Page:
On past the valley you come to the end of the Brandy pad at the Hare’s Gap. In Bernard Davey’s Mourne, Davey suggests that it may have taken its name from a local farmer called O’Hare or a smuggler called O’Hare, or both. This leaves the very minor mystery of why it is the Hare’s Gap and not O’Hare’s gap. This missing letter is due to the fact that the gap has an older name; the Mare’s Gap. This name was earned by the gap, not in ancient history but, on the 6th of January 1839. On this day Ireland saw its worst storm in memory. This storm threw a rider and his spirited young mare through the gap to their death. This was only one death amongst many in ‘the night of the big wind’. The destruction of the storm was felt all over Ireland. It is said that on the night of the big wind all the fairies left Ireland and on that night many believed the world was coming to an end. Apparently, when pensions were introduced in Ireland, one of the things used to establish whether someone was eligible, was the details they remembered about the night of the big wind. This was a useful gauge of age, as birth certificates did not exist and many people had no idea of their date of birth.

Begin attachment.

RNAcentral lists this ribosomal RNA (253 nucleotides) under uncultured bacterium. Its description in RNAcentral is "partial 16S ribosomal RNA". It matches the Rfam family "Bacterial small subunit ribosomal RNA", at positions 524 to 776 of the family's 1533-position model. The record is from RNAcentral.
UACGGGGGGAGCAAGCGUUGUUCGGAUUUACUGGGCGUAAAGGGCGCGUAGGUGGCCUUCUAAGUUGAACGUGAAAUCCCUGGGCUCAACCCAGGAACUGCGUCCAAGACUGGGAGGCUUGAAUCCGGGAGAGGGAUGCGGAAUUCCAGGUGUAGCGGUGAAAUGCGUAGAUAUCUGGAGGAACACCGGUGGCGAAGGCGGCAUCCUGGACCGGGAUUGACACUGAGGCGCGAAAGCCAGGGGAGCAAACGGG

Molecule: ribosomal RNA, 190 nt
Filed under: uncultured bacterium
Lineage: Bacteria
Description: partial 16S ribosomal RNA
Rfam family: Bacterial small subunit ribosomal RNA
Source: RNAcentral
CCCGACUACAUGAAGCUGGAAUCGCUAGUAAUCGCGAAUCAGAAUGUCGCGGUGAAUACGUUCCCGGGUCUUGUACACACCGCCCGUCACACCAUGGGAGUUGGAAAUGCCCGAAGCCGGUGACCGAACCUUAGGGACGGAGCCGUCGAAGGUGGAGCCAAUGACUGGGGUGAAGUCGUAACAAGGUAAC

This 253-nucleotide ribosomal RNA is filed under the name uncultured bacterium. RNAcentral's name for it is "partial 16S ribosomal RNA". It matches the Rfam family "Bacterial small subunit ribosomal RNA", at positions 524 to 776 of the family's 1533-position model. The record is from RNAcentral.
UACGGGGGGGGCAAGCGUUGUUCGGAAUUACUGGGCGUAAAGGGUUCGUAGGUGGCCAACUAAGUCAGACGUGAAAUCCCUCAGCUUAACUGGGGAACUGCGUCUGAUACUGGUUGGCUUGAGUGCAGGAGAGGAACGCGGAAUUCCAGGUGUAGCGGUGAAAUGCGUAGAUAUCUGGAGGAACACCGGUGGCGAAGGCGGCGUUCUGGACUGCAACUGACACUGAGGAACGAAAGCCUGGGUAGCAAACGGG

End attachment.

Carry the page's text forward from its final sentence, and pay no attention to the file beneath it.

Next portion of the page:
Heading away from the Mare’s Gap down into the Trassey Valley there is a small path on the left that runs along the side of Slieve Bernagh. This path is somewhat wider than it was a decade or so ago, but if followed, it will take you around to the col between Slieve Bernagh and Slieve Meelmore, a place that some know as the Pollapuca Gap. The word Pollapuca (I have heard it pronounced both as polla-poo-ka and polla-vu-ka) means the place, or hole, of the Púca. The Púca is a type of fairy that is sometimes helpful and sometimes nasty, depending on different parts of Ireland or the Púca’s temperament on any given day. The Púca is a shape shifting fairy who changes into different animals, but always a black animal. A black horse, hare, fox, raven, etc. In November it is probably unwise to eat the fruit of the hedgerows, such as blackberries as they are more likely to be ridden with mould. In older times the wisdom was that on the night of Samhain (Halloween) the Púca would be out and about up to no good and spitting on all the blackberries. Maybe the safest time to bivvy or camp in this area is on Samhain when the Púca is otherwise distracted.